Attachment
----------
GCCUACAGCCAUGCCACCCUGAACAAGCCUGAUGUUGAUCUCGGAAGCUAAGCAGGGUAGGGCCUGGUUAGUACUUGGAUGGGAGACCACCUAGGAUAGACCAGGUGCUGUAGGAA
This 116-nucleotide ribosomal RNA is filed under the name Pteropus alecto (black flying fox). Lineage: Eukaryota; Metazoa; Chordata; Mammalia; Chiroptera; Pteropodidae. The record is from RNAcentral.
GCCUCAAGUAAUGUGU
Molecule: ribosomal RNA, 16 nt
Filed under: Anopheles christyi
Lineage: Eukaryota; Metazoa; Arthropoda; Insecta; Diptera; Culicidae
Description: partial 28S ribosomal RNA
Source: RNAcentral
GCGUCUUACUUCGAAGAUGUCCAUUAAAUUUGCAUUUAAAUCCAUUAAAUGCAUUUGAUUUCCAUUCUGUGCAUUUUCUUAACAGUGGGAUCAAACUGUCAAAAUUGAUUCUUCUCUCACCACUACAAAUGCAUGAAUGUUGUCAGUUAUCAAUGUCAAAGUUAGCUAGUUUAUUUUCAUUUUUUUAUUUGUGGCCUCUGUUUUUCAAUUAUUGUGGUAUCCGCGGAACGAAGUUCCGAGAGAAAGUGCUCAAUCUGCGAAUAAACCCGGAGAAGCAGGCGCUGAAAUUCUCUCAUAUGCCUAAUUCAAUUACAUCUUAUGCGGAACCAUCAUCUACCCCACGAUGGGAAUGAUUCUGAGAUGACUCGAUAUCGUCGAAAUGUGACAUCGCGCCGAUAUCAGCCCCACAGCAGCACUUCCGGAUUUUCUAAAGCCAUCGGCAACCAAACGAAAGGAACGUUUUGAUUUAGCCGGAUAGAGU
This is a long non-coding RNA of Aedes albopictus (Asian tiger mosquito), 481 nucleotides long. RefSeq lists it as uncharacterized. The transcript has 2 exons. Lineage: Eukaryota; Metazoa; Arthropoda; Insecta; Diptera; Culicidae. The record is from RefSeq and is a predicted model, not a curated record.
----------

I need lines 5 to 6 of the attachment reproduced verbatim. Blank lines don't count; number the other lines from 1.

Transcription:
Filed under: Anopheles christyi
Lineage: Eukaryota; Metazoa; Arthropoda; Insecta; Diptera; Culicidae